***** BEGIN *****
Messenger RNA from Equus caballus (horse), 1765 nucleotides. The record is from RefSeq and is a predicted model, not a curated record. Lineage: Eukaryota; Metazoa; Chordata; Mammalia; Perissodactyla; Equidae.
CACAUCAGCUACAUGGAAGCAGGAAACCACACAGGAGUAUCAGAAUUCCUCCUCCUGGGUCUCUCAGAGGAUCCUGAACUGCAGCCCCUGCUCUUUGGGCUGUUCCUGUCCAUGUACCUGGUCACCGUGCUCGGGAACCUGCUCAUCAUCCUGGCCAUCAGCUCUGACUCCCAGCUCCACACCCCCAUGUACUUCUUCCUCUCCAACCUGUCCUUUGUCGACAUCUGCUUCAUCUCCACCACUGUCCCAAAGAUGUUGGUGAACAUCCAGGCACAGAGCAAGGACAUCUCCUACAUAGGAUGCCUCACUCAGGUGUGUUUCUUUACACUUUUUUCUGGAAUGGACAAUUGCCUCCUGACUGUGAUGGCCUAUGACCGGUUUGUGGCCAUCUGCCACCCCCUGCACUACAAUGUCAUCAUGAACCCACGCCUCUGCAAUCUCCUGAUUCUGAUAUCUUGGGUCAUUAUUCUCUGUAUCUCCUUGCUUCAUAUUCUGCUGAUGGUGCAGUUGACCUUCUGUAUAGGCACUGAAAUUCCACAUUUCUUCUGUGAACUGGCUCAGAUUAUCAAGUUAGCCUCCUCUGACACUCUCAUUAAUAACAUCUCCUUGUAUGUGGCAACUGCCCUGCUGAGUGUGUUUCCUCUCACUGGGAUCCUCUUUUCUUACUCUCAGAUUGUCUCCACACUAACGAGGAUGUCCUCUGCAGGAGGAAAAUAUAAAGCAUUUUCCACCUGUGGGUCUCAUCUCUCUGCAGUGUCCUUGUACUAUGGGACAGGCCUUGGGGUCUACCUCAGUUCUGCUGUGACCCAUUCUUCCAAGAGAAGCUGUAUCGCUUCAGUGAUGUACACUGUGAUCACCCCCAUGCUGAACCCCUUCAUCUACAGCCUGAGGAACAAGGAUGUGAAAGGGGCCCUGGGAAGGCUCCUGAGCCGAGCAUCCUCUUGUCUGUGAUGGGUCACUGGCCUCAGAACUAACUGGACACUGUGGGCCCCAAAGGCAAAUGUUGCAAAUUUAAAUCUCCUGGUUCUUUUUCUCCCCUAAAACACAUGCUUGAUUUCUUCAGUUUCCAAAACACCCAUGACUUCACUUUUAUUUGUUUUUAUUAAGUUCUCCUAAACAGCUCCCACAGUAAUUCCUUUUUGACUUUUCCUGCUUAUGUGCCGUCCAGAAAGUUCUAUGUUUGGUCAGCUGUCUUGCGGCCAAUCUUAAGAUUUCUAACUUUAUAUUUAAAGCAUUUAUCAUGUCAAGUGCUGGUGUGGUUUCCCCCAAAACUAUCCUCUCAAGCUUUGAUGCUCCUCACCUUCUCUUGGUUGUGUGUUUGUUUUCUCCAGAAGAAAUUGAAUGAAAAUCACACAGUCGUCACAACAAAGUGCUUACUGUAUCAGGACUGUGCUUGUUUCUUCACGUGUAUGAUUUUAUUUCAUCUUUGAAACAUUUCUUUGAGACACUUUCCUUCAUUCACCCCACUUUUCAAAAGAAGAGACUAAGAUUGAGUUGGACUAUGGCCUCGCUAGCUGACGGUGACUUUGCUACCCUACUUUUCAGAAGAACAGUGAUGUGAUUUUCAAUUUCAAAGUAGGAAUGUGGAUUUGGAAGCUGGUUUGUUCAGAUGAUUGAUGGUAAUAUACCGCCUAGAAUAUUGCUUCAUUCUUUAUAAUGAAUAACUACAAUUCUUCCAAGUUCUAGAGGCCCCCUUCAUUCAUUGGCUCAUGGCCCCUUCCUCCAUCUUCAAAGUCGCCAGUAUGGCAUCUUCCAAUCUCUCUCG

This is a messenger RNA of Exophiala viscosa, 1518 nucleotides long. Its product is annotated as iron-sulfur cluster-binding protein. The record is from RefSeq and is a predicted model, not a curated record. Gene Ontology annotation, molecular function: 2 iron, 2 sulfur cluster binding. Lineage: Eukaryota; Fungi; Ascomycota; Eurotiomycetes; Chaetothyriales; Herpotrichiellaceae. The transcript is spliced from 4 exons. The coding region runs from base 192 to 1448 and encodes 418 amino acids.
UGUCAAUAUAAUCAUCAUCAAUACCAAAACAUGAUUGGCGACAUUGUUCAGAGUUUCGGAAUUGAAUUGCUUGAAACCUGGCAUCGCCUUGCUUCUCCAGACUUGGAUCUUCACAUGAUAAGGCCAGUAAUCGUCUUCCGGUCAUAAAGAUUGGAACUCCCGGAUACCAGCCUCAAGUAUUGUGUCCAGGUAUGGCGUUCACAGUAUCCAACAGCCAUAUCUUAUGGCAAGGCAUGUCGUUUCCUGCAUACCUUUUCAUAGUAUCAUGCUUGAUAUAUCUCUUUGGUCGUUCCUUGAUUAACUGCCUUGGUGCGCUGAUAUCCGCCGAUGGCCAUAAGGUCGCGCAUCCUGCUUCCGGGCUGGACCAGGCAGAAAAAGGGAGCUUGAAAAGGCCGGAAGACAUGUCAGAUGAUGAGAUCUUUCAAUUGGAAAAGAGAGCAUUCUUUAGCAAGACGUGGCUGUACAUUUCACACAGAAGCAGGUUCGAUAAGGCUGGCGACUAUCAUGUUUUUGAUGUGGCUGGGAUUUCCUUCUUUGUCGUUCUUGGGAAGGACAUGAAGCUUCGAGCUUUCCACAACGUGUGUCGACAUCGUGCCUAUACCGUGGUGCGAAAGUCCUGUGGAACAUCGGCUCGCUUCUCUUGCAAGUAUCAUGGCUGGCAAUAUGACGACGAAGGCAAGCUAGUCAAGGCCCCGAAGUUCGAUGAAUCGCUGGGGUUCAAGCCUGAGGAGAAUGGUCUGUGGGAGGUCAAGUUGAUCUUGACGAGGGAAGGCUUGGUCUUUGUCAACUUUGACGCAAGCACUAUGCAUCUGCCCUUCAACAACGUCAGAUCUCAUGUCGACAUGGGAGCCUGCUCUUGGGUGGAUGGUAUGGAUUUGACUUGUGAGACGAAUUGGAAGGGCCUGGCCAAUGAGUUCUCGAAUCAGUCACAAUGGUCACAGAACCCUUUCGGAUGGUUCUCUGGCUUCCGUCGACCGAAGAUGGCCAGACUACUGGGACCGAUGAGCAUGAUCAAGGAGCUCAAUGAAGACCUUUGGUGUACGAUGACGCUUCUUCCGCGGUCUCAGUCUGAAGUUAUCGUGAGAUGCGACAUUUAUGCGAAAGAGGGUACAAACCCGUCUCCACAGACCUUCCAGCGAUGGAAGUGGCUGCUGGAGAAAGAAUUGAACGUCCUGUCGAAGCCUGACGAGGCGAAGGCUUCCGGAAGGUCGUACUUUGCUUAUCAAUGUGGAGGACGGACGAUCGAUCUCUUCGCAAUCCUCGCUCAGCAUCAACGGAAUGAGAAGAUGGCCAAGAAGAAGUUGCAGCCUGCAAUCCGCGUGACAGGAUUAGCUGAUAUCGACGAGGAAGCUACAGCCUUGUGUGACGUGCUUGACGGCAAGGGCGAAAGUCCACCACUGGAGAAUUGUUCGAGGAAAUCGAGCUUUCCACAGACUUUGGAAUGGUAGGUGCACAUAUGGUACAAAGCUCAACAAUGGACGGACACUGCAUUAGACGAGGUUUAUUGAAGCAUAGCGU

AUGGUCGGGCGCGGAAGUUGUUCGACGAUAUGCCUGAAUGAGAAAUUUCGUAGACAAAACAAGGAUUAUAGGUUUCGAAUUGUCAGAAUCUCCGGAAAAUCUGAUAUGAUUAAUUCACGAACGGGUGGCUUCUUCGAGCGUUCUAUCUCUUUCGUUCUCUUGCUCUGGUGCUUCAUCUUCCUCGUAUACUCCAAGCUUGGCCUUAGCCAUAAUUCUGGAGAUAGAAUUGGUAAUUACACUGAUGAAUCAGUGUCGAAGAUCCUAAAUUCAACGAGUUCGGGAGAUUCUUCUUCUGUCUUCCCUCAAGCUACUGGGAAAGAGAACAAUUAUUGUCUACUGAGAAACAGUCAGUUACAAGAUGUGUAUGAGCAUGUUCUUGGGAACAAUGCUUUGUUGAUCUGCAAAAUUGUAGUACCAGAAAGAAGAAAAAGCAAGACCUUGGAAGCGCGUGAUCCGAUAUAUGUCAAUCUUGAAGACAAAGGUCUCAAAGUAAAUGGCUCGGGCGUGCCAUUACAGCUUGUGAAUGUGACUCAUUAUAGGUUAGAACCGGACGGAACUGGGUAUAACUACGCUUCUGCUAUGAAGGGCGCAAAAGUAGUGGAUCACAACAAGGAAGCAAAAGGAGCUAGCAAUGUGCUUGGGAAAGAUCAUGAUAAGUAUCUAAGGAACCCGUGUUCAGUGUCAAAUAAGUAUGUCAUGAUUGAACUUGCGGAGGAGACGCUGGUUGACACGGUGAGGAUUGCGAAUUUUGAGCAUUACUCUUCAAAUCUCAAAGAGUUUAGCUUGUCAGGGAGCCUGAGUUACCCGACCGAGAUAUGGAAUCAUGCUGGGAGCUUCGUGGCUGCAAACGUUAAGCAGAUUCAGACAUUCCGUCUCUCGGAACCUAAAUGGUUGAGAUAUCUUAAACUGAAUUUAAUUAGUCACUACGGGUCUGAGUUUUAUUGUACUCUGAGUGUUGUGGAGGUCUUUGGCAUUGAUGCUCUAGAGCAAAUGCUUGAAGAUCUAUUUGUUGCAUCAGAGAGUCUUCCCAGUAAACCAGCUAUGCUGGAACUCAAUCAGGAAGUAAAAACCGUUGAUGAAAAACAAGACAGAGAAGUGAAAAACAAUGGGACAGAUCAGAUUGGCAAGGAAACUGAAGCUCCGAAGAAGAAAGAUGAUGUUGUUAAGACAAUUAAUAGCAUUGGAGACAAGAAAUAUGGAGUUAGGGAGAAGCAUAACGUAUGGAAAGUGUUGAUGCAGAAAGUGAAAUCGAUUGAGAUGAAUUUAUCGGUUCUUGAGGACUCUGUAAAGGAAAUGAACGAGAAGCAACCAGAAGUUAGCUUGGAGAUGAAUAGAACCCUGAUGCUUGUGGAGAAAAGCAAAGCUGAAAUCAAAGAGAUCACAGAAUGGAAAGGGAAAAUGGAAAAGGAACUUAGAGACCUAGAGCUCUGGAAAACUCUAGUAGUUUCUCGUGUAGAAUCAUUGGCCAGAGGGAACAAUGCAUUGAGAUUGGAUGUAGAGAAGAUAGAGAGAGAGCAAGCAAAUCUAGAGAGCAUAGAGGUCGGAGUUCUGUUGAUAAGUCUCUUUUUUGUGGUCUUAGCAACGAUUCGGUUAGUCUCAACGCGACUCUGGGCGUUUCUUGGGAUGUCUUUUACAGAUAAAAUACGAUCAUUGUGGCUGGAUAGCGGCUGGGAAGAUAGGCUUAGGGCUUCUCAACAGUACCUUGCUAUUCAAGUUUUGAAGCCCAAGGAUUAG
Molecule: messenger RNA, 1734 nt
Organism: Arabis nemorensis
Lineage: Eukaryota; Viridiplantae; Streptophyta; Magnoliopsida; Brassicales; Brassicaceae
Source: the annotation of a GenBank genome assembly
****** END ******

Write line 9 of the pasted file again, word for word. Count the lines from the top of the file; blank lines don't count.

Source: the annotation of a GenBank genome assembly